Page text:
The Lethal Media Silence On Kent State’s Smoking Guns
by Bob Fitrakis & Harvey Wasserman
May 6, 2007
The 1970 killings by National Guardsmen of four students during a peaceful anti-war demonstration at Kent State University have now been shown to be cold-blooded, premeditated official murder. But the definitive proof of this monumental historic reality is not, apparently, worthy of significant analysis or comment in today’s mainstream media.
After 37 years of official denial and cover-up, tape-recorded evidence, that has existed for decades and has been in the possession of the Federal Bureau of Investigation (FBI), has finally been made public.
It proves what “conspiracy theorists” have argued since 1970—that there was a direct military order leading to the unprovoked assassination of unarmed students. Freedom of Information Act (FOIA) documents show collusion between Ohio Governor James A. Rhodes and the FBI that aimed to terrorize anti-war demonstrators and their protests that were raging throughout the nation.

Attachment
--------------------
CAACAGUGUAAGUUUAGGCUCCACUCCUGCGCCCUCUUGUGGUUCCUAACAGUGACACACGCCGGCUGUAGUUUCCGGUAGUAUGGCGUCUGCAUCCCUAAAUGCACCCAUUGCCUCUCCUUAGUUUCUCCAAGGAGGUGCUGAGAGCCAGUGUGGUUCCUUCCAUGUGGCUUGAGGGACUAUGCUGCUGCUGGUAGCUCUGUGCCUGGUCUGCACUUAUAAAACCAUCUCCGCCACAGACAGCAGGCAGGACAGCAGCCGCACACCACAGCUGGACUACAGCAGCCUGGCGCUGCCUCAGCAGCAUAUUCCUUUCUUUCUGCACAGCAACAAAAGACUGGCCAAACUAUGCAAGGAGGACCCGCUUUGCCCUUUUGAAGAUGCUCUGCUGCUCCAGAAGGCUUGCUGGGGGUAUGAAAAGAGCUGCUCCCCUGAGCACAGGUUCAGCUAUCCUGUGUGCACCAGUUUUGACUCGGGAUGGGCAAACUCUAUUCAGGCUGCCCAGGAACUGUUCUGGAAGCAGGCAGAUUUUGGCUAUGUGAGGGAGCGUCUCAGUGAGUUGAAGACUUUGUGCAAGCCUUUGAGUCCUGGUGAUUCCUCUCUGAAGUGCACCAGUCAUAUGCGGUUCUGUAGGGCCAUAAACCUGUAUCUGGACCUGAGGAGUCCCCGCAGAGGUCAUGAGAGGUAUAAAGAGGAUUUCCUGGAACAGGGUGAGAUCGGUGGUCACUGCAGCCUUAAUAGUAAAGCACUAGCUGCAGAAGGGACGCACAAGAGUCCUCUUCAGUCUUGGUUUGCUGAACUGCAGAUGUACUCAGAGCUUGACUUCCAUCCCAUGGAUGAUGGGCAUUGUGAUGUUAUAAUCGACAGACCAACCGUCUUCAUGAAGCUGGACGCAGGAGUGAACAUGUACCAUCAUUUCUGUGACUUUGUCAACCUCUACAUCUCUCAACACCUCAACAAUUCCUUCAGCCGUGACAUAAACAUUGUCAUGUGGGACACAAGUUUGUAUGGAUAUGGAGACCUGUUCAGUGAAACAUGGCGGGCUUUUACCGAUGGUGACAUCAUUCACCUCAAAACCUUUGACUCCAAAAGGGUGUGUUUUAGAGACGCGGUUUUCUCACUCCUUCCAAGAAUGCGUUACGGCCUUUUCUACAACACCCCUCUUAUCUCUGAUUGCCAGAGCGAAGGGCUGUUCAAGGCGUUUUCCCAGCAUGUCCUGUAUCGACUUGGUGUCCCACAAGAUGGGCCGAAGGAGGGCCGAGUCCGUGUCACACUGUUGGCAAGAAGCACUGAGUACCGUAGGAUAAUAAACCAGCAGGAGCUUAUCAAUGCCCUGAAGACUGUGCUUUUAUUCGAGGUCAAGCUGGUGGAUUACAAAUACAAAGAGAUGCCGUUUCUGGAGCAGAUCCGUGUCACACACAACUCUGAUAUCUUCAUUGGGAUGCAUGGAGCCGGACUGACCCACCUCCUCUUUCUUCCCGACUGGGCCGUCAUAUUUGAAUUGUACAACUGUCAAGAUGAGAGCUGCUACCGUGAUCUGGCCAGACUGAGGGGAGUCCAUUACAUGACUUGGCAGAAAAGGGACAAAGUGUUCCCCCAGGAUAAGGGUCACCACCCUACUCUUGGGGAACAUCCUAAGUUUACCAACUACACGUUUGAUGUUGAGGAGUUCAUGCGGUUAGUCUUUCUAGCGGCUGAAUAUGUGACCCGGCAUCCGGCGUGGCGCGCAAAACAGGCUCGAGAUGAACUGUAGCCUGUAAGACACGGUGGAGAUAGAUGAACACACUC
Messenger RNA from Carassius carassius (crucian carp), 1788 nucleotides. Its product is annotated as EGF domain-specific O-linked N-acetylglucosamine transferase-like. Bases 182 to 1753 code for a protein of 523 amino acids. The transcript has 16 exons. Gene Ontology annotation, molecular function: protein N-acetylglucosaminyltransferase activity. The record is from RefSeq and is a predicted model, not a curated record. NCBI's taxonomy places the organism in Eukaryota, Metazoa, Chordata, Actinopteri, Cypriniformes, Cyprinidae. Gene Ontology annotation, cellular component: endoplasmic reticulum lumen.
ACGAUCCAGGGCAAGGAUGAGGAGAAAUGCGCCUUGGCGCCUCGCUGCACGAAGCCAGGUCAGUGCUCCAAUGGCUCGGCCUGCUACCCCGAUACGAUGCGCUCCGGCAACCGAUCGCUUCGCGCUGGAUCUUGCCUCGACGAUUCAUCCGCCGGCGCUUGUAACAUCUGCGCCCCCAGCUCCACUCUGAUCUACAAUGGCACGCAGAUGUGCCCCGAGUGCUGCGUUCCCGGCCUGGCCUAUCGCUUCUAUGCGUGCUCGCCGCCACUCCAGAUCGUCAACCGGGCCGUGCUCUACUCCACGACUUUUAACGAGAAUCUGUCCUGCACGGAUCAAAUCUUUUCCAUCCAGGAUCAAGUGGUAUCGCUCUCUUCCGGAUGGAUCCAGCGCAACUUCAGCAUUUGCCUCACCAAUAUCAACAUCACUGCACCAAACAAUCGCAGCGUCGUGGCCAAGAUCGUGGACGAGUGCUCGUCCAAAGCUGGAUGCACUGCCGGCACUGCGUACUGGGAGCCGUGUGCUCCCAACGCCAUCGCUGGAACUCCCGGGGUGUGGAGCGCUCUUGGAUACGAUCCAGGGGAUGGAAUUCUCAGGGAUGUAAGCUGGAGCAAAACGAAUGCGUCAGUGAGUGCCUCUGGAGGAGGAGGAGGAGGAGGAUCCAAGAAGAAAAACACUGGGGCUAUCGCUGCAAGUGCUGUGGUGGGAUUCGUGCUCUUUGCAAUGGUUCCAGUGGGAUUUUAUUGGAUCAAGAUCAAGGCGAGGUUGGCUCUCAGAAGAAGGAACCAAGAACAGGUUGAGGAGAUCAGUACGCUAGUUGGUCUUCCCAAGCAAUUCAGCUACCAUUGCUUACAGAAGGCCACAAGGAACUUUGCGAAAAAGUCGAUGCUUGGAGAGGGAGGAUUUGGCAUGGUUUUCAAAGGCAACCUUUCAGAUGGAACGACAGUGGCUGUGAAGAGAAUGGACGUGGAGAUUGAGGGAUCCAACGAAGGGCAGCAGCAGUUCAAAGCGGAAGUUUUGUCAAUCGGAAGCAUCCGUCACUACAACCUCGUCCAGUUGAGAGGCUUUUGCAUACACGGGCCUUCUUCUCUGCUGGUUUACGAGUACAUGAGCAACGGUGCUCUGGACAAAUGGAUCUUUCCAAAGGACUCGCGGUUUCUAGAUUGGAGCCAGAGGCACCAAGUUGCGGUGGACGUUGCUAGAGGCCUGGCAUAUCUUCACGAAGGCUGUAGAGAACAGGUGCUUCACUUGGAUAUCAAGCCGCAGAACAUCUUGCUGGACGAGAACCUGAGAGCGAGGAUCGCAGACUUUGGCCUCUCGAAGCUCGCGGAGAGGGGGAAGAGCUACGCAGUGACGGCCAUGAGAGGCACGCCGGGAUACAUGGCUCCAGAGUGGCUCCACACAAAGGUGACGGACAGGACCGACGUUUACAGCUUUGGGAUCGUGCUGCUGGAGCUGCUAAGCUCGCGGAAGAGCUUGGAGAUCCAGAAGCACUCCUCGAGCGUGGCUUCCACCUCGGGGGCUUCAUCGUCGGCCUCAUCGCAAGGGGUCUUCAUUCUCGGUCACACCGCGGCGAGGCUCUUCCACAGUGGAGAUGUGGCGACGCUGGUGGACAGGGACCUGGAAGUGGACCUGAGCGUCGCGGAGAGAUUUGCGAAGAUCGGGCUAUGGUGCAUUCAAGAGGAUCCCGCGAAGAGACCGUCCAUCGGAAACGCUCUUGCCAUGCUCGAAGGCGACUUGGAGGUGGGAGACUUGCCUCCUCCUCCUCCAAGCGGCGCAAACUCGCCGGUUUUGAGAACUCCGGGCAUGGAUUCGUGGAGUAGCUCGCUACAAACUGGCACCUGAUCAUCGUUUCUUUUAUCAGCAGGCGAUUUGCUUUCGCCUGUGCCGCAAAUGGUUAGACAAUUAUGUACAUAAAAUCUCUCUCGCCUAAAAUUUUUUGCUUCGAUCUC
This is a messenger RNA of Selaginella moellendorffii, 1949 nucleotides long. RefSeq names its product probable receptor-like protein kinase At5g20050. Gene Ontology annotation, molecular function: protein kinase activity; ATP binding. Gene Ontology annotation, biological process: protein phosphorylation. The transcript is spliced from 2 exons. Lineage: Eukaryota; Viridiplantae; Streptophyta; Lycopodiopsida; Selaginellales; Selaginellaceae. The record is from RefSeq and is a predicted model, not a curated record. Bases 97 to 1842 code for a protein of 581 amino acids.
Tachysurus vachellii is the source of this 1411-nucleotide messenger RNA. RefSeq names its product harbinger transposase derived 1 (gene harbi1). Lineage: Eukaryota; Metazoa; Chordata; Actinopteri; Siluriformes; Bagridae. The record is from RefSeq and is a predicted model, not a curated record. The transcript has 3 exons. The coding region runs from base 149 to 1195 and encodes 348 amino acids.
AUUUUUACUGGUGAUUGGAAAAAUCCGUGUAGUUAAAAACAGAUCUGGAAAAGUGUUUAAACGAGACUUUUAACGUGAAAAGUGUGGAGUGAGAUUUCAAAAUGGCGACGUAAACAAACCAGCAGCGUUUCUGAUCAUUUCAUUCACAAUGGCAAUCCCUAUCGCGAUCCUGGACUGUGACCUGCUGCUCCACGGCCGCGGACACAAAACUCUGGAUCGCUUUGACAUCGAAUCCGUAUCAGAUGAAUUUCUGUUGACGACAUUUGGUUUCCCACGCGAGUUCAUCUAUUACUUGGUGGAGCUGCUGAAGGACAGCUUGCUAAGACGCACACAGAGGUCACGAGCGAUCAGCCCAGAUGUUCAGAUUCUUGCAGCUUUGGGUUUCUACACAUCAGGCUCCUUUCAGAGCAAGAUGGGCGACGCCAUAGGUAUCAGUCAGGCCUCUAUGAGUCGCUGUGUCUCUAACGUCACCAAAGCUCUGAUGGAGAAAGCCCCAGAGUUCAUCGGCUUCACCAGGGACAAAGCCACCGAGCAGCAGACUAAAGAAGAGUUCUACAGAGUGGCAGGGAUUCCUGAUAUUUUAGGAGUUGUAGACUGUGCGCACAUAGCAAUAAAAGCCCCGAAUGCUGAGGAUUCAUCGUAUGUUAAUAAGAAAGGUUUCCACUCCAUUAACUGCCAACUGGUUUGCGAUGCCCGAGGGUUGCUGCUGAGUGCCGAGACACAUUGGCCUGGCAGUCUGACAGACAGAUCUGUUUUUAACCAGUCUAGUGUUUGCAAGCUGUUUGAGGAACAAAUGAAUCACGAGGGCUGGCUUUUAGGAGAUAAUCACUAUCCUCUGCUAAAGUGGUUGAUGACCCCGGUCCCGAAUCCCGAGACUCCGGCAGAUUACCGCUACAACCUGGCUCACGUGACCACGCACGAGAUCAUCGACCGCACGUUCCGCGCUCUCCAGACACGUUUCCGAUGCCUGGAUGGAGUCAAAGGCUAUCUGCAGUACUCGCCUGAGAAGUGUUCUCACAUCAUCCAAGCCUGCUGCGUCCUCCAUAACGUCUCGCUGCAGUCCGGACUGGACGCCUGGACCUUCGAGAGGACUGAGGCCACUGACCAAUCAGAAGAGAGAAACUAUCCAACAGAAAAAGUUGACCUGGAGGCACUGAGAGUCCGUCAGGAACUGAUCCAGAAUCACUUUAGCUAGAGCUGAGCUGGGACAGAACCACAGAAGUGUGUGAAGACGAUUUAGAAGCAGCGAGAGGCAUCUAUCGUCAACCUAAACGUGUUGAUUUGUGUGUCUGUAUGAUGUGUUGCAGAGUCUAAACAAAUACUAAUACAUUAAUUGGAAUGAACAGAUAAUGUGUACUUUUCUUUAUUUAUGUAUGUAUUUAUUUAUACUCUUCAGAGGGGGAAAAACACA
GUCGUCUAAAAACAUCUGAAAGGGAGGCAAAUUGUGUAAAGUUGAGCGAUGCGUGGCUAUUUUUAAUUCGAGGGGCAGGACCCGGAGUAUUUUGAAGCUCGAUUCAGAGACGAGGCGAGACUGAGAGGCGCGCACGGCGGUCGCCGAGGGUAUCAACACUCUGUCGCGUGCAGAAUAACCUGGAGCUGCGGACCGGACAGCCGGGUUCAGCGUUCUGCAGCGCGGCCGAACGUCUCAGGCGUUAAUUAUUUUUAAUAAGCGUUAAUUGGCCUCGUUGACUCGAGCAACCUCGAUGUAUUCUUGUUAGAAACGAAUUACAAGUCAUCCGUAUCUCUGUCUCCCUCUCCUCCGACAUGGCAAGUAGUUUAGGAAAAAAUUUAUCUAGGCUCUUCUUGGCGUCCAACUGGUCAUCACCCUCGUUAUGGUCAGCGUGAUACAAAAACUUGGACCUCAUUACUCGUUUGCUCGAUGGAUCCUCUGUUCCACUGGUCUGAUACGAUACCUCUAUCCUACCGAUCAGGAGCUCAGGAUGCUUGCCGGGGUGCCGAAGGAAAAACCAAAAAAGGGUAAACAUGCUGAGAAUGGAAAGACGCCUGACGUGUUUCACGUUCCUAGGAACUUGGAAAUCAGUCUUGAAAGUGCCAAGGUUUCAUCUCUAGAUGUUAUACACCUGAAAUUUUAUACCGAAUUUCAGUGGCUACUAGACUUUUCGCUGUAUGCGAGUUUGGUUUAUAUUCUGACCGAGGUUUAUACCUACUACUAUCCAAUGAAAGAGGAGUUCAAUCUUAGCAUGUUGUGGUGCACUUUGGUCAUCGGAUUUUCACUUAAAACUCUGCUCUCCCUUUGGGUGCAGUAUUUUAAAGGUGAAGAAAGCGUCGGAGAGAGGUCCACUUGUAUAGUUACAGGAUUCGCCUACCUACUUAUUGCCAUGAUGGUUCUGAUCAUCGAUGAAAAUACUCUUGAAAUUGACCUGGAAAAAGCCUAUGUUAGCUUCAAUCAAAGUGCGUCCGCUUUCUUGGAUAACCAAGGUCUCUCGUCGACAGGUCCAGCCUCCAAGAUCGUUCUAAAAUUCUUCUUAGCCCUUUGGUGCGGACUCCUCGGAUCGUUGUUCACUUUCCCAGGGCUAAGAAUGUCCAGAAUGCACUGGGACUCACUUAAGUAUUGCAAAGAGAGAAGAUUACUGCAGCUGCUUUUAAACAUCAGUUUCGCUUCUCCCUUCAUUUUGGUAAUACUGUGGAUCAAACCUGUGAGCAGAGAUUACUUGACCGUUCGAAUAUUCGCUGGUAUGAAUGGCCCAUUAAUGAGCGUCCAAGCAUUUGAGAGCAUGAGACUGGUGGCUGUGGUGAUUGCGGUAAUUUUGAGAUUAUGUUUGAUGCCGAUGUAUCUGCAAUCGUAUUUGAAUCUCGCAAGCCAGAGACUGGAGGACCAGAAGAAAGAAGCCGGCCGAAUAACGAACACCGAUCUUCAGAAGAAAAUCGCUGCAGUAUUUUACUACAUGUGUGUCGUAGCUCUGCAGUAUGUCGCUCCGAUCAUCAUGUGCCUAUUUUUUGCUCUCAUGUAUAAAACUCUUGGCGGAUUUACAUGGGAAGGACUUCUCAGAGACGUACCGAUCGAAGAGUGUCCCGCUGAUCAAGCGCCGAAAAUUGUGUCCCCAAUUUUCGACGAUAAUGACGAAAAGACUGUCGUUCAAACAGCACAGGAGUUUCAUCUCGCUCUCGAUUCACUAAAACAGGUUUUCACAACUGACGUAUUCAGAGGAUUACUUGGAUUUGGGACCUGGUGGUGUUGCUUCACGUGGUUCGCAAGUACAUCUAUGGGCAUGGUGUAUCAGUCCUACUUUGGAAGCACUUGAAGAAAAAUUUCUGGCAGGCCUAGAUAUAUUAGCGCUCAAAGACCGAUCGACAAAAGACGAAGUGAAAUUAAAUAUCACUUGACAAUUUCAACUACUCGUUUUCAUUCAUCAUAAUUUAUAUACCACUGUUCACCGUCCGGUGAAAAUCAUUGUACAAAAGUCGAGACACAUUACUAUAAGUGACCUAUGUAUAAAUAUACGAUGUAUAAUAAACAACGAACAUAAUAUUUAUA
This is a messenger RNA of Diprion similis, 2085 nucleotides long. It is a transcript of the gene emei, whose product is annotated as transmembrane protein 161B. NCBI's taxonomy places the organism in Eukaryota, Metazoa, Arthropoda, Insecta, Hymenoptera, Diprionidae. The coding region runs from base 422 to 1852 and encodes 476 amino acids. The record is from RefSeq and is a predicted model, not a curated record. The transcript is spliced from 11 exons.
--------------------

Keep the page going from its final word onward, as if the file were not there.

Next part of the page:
It is difficult to overstate the political and cultural impact of the killing of the four Kent State students and wounding of nine more on May 4, 1970. The nation’s campuses were on fire over Richard Nixon’s illegal invasion of Cambodia. Scores of universities were ripped apart by mass demonstrations and student strikes. The ROTC building at Kent burned down. The vast majority of American college campuses were closed in the aftermath, either by student strikes or official edicts.
Nixon was elected president in 1968 claiming to have a “secret plan” to end the war in Southeast Asia. But the revelation that he was in fact escalating it with the illegal bombing of what had been a peaceful non-combatant nation was more than Americans could bear.
As the ferocity of the opposition spread deep into the grassroots, Nixon’s Vice President, Spiro Agnew, shot back in a series of speeches. He referred to student demonstrators as Nazi “brownshirts” and suggested that college administrators and law enforcement should “act accordingly.”